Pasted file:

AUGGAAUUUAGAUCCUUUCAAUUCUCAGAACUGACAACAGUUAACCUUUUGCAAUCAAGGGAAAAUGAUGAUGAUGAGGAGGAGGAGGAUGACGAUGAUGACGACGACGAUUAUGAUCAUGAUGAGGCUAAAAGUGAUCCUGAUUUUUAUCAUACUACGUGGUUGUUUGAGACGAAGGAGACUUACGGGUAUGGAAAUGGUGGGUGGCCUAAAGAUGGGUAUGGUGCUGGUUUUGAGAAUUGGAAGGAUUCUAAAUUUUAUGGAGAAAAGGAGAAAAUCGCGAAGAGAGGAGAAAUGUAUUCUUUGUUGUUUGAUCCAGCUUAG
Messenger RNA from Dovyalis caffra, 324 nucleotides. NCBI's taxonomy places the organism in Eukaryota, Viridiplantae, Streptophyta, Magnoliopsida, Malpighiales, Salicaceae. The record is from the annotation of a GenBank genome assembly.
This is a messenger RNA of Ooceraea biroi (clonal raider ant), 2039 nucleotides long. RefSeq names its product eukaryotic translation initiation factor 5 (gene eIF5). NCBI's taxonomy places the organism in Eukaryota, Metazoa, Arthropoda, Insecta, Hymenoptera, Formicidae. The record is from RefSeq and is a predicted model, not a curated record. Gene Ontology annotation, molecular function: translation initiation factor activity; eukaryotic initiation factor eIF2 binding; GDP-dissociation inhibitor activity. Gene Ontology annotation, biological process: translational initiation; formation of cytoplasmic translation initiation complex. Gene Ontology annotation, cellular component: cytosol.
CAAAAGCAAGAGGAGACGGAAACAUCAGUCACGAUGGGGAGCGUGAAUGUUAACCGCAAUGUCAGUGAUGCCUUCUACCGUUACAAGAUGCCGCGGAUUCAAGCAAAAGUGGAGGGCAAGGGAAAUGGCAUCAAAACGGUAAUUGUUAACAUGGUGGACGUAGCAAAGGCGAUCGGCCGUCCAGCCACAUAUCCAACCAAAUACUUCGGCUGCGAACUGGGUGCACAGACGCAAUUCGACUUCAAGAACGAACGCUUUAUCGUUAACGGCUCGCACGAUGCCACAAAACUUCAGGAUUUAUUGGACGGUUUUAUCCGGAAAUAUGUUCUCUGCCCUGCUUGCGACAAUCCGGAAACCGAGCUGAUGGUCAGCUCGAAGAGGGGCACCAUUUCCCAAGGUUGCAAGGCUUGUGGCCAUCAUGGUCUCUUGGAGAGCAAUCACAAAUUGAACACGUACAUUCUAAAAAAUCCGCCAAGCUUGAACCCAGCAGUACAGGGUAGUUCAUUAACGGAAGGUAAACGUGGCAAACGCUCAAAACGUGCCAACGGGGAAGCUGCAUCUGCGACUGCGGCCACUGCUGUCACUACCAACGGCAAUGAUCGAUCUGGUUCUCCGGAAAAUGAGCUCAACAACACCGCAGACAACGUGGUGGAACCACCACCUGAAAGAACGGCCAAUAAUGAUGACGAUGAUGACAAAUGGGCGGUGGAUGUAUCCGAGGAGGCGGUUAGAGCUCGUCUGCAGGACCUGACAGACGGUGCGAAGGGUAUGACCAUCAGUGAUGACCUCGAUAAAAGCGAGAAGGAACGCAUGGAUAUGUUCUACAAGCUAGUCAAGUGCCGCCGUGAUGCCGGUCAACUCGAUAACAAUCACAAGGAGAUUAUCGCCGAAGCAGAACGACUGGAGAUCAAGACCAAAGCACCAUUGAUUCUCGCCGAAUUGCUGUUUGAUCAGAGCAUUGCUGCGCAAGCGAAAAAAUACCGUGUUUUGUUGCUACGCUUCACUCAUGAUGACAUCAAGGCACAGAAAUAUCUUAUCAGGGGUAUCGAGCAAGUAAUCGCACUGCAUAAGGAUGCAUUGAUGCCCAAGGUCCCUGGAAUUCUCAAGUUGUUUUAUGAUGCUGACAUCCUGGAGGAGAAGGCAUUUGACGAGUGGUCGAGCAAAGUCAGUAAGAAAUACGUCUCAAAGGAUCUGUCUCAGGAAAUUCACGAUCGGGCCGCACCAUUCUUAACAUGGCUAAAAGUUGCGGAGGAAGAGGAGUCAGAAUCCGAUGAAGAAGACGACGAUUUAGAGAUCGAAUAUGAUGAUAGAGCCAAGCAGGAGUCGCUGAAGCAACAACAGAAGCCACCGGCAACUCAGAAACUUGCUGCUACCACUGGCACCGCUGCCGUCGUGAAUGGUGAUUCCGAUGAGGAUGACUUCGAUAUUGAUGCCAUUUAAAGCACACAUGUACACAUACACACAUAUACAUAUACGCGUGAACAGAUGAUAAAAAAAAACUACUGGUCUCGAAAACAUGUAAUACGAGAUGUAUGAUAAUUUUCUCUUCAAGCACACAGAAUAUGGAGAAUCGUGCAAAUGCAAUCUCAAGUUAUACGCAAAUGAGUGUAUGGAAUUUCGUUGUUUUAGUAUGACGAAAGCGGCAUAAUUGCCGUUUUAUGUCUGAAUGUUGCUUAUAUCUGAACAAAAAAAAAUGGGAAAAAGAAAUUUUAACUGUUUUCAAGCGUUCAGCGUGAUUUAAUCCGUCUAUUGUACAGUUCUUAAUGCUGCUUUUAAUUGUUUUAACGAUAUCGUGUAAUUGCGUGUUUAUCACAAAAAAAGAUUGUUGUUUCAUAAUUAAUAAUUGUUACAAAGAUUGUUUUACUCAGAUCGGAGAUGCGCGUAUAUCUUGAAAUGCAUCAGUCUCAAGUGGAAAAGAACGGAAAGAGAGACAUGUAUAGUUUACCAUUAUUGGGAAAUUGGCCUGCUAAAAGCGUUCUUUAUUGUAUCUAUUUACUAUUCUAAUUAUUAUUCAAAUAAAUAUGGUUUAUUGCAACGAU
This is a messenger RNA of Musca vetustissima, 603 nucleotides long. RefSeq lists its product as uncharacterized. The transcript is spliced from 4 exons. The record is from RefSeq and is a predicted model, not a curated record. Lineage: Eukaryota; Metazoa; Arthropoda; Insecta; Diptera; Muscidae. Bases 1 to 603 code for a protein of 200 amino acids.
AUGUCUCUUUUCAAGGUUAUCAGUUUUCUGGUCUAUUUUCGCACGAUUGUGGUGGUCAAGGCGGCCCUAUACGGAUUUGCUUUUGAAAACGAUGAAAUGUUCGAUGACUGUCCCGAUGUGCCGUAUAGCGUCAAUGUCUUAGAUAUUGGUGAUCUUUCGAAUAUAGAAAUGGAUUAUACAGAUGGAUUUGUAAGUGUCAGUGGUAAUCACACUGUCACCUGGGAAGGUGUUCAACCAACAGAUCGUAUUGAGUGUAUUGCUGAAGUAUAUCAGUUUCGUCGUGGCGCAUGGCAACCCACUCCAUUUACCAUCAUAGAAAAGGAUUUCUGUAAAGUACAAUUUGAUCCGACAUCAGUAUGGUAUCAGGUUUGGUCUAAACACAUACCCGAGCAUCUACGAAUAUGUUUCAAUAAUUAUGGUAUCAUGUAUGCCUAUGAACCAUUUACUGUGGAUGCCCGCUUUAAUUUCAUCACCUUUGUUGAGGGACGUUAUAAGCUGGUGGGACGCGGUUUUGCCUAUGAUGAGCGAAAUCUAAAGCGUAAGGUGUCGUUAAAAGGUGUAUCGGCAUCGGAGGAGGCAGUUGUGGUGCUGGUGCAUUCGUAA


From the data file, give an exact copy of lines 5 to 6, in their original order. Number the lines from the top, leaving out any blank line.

This is a messenger RNA of Musca vetustissima, 603 nucleotides long. RefSeq lists its product as uncharacterized. The transcript is spliced from 4 exons. The record is from RefSeq and is a predicted model, not a curated record. Lineage: Eukaryota; Metazoa; Arthropoda; Insecta; Diptera; Muscidae. Bases 1 to 603 code for a protein of 200 amino acids.
AUGUCUCUUUUCAAGGUUAUCAGUUUUCUGGUCUAUUUUCGCACGAUUGUGGUGGUCAAGGCGGCCCUAUACGGAUUUGCUUUUGAAAACGAUGAAAUGUUCGAUGACUGUCCCGAUGUGCCGUAUAGCGUCAAUGUCUUAGAUAUUGGUGAUCUUUCGAAUAUAGAAAUGGAUUAUACAGAUGGAUUUGUAAGUGUCAGUGGUAAUCACACUGUCACCUGGGAAGGUGUUCAACCAACAGAUCGUAUUGAGUGUAUUGCUGAAGUAUAUCAGUUUCGUCGUGGCGCAUGGCAACCCACUCCAUUUACCAUCAUAGAAAAGGAUUUCUGUAAAGUACAAUUUGAUCCGACAUCAGUAUGGUAUCAGGUUUGGUCUAAACACAUACCCGAGCAUCUACGAAUAUGUUUCAAUAAUUAUGGUAUCAUGUAUGCCUAUGAACCAUUUACUGUGGAUGCCCGCUUUAAUUUCAUCACCUUUGUUGAGGGACGUUAUAAGCUGGUGGGACGCGGUUUUGCCUAUGAUGAGCGAAAUCUAAAGCGUAAGGUGUCGUUAAAAGGUGUAUCGGCAUCGGAGGAGGCAGUUGUGGUGCUGGUGCAUUCGUAA